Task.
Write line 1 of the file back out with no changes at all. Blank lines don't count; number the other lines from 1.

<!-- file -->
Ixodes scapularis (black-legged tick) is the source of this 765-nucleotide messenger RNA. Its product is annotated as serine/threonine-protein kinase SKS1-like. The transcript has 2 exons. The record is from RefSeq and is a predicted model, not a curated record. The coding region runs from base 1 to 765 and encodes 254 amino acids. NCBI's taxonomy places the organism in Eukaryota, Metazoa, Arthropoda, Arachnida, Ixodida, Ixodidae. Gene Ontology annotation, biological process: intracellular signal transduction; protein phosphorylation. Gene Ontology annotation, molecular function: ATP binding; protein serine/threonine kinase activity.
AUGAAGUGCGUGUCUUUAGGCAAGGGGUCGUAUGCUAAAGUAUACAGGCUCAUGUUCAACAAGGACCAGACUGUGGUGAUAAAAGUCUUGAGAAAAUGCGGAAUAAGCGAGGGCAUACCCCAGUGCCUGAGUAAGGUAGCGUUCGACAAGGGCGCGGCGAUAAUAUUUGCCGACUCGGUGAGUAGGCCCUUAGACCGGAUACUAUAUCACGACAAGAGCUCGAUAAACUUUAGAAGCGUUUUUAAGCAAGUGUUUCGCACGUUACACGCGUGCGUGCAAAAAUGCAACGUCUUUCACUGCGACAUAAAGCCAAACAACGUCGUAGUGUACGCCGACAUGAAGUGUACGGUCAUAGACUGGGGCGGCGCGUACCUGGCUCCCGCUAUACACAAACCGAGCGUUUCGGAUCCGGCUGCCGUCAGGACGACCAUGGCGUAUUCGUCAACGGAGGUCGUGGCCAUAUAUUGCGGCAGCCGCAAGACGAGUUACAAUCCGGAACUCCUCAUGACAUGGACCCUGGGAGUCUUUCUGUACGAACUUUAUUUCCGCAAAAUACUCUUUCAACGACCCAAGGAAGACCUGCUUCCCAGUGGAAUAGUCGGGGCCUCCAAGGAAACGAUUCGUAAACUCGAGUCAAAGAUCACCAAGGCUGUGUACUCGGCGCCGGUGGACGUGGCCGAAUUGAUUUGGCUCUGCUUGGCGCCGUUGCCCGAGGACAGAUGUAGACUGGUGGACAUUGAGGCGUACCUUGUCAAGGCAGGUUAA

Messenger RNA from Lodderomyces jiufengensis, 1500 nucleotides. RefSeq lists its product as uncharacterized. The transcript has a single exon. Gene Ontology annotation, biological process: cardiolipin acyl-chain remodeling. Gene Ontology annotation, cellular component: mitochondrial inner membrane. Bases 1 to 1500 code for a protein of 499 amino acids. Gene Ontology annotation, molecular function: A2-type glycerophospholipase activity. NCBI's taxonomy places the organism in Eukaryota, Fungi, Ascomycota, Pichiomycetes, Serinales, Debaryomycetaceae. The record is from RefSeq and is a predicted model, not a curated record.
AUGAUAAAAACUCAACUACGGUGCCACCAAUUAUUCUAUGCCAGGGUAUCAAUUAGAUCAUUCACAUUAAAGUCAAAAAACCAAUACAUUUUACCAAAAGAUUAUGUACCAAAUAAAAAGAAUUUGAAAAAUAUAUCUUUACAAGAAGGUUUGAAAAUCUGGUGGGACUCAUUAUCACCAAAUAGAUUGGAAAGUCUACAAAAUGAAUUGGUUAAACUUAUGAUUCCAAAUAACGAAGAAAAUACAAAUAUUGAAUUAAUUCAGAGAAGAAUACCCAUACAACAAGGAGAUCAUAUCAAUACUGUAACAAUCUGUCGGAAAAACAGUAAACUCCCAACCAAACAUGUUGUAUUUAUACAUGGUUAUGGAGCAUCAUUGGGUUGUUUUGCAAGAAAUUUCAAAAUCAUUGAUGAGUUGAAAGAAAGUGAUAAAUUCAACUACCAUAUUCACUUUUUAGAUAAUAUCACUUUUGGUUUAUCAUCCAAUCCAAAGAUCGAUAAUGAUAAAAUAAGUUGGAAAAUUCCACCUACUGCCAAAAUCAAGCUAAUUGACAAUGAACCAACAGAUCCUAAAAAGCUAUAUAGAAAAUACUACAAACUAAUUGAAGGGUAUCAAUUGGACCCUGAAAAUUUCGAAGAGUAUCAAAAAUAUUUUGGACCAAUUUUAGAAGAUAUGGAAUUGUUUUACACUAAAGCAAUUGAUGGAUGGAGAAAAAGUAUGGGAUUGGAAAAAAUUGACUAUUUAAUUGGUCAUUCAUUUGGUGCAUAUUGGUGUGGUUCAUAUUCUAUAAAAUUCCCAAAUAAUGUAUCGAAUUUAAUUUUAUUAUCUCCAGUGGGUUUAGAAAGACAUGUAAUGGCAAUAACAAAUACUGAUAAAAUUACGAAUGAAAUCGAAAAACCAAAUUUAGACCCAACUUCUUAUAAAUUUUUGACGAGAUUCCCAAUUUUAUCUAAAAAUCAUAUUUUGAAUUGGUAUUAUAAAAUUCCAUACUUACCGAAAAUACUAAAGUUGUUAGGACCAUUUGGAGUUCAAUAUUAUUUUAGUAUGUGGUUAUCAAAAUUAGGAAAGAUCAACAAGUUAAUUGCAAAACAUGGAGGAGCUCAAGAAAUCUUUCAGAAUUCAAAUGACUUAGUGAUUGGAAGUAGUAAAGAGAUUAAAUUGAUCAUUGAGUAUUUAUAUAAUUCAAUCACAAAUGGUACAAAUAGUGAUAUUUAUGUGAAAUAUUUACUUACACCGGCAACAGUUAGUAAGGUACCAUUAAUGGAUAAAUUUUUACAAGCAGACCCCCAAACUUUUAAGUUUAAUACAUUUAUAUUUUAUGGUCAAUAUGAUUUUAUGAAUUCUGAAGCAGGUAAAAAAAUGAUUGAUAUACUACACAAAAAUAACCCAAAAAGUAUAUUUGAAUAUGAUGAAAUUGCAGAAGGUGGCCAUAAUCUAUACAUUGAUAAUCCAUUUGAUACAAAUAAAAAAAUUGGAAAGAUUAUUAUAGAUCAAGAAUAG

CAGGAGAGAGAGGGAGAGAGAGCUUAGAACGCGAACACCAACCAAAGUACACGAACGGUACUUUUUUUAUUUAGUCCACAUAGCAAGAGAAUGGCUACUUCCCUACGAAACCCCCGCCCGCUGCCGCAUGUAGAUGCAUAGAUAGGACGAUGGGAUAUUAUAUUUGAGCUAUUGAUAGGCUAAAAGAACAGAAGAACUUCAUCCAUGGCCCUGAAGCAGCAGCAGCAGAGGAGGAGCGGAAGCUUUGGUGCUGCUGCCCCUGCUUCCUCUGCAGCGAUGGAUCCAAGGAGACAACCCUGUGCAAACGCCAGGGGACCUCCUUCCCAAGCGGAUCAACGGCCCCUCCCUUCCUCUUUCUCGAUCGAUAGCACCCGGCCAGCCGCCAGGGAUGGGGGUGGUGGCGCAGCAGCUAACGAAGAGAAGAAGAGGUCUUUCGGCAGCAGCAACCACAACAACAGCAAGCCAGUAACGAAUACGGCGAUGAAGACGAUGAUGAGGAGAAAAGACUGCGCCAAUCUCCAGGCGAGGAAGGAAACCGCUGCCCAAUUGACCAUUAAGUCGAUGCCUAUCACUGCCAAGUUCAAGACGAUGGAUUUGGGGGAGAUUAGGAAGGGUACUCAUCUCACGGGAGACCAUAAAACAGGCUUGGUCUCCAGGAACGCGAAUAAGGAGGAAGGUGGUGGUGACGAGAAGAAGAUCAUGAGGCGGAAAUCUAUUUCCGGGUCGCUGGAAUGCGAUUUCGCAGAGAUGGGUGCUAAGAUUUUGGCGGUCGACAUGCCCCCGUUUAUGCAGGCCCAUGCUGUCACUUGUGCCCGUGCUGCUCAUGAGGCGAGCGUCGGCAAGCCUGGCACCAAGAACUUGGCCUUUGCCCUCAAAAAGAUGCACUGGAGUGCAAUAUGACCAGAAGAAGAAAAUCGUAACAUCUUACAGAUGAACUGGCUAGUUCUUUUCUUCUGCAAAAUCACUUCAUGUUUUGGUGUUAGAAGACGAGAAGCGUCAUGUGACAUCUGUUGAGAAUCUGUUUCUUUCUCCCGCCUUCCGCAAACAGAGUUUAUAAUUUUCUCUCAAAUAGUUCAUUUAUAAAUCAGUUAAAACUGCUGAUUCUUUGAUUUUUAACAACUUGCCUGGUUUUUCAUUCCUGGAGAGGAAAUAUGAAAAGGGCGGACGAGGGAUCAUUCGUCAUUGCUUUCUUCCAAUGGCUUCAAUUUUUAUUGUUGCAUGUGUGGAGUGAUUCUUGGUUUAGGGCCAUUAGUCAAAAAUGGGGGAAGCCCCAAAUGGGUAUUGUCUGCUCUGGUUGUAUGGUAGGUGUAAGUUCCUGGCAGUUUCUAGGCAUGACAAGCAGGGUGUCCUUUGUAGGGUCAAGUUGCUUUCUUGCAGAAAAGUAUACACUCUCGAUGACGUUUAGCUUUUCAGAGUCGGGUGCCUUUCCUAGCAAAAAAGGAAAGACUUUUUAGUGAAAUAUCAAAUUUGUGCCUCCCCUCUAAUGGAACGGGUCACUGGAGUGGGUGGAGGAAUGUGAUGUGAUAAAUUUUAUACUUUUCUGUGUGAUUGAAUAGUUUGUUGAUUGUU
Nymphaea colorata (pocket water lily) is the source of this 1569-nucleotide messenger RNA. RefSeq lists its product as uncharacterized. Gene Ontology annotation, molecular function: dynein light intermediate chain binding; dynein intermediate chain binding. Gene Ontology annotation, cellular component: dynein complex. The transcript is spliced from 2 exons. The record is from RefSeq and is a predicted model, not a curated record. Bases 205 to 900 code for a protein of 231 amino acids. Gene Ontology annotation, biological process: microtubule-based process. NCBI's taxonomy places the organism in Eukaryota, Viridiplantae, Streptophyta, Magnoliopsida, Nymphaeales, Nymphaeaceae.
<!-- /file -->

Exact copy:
Ixodes scapularis (black-legged tick) is the source of this 765-nucleotide messenger RNA. Its product is annotated as serine/threonine-protein kinase SKS1-like. The transcript has 2 exons. The record is from RefSeq and is a predicted model, not a curated record. The coding region runs from base 1 to 765 and encodes 254 amino acids. NCBI's taxonomy places the organism in Eukaryota, Metazoa, Arthropoda, Arachnida, Ixodida, Ixodidae. Gene Ontology annotation, biological process: intracellular signal transduction; protein phosphorylation. Gene Ontology annotation, molecular function: ATP binding; protein serine/threonine kinase activity.